Hydrocarbon exploration and drilling operations commonly employ logging tools for interrogating subsurface formations intersected by a wellbore. As shown in FIG. 1, a logging tool 2 is positioned in a wellbore 4 using an armored cable known in the art as a wireline 6. Typically, a wireline is connected at one end to a logging tool 2 and connected at its other end to a spooling winch 8 positioned at the surface of the land or body of water overlying the subsurface formation F of interest. The spooling winch 8 is used to control the movement of the wireline 6, and thus the logging tool 2, into and of the wellbore 4. The data obtained by a logging tool is specific to the depth at which the logging tool is positioned when the data is collected. It is therefore essential to continuously determine the depth of the logging tool while the tool is collecting wellbore data.

It is well know in the relevant art to determine the depth of a logging tool 2 by measuring the length of the wireline 6 supporting the tool, particularly the length of wireline extending from the deployment surface (land or water) to the logging tool. Measurement of this length is typically accomplished with a mechanical wheel system, sometimes in combination with a magnetic marking system. The mechanical wheel system employs a measuring wheel 9 having a calibrated outer radial surface, or perimeter, over which the wireline is at least partially wrapped. The frictional engagement between the wireline and the measuring wheel's perimeter results in rotation of the measuring wheel as the wireline is moved into and out of the wellbore by the spooling winch. Revolutions of the measuring wheel are counted and correlated to depth using the circumference of the measuring wheel, and recorded and/or displayed on a visual indicator.

Measuring wheels of this sort are currently made of stainless steel, Invar or some other metal that are chosen for their resistance to physical change during operations, because the physical dimensions of the wheel—particularly the radius—directly affect the determined wireline depth. Thus, characteristics such as low coefficient of thermal expansion and high toughness are desirable. Low magnetism (i.e., nonmagnetic) characteristics are further desirable to avoid interference with logging tools that sense magnetic properties of the subsurface formations.

Known measuring wheels must be frequently replaced or refurbished due to wear caused by movement and nibbing of the wireline over the measuring wheel before and after frictional engagement between the two. The calibration between the measuring wheel's outer radius and its indicated depth is very sensitive to wear: even a reduction of 0.001 inches in the radius of the measuring wheel will significantly affect the accuracy of the resulting depth indication. Since depth determination of a well logging tool is critical in identifying the location of subsurface hydrocarbon formations, wear by the measuring wheel can contribute to a laterally steered wellbore missing a desirable formation.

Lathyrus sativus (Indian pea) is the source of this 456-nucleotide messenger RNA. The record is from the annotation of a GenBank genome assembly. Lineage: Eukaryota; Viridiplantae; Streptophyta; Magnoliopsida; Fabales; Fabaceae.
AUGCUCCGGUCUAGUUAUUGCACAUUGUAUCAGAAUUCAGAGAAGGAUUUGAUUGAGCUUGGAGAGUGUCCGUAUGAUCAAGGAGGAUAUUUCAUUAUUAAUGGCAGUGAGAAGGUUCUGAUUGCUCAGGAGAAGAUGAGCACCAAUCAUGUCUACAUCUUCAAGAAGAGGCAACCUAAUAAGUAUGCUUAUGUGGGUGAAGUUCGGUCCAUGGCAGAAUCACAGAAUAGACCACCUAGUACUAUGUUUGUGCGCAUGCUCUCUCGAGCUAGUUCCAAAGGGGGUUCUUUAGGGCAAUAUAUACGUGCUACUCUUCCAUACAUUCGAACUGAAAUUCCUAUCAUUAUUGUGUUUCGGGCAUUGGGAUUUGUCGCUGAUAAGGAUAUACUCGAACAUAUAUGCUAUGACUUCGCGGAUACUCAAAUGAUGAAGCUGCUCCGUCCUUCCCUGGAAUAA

Wear of a measuring wheel's perimeter also permits slippage between a wireline and the measuring wheel, further adversely affecting depth determination.

U.S. Pat. Nos. 5,351,531; 4,718,168; and 4,117,600 disclose typical uses of measuring wheels in wireline systems, but are directed to supplemental systems for improving the accuracy of the depth indication provided with measuring wheels, and fail to address the above-noted wear issue.

It is therefore desirable to provide a measuring wheel that is more resistant to wear than known measuring wheels, whereby the reliable service life of the measuring wheel is increased.

It is further desirable to make the perimeter of a measuring wheel more resistant to slippage by a wireline wrapped at least partially over the perimeter.

It is further desirable to provide a method for refurbishing a spent measuring wheel in a manner that improves the measuring wheels wear resistance and slippage resistance, as opposed to discarding the spent measuring wheel in favor of a newly fabricated measuring wheel.

SUMMARY OF THE INVENTION

The present invention provides a method of manufacturing a measuring wheel for wireline operations. The method begins with the machining of a metal wheel to achieve a first outer radius. The metal wheel is positioned within a ceramic ring having an inner radius that exceeds the first outer radius by an amount in the range of 0.005 to 0.010 inches, defining a gap between the ceramic ring and the metal wheel. The gap is substantially filled with a suitable epoxy, and the epoxy is cured to adjoin the ceramic ring to the metal wheel. The perimeter of the ceramic ring is machined to achieve a second outer radius.

The metal wheel may be part of a spent measuring wheel, or it may be newly fabricated. In the former case, the first outer radius is achieved by machining the perimeter of the spent measuring wheel part to eliminate nonuniform areas produced by wear. Experience suggest that the perimeter of the spent measuring wheel part is preferably machined to reduce its outer radius by an amount in the range of 0.060 to 0.100 inches.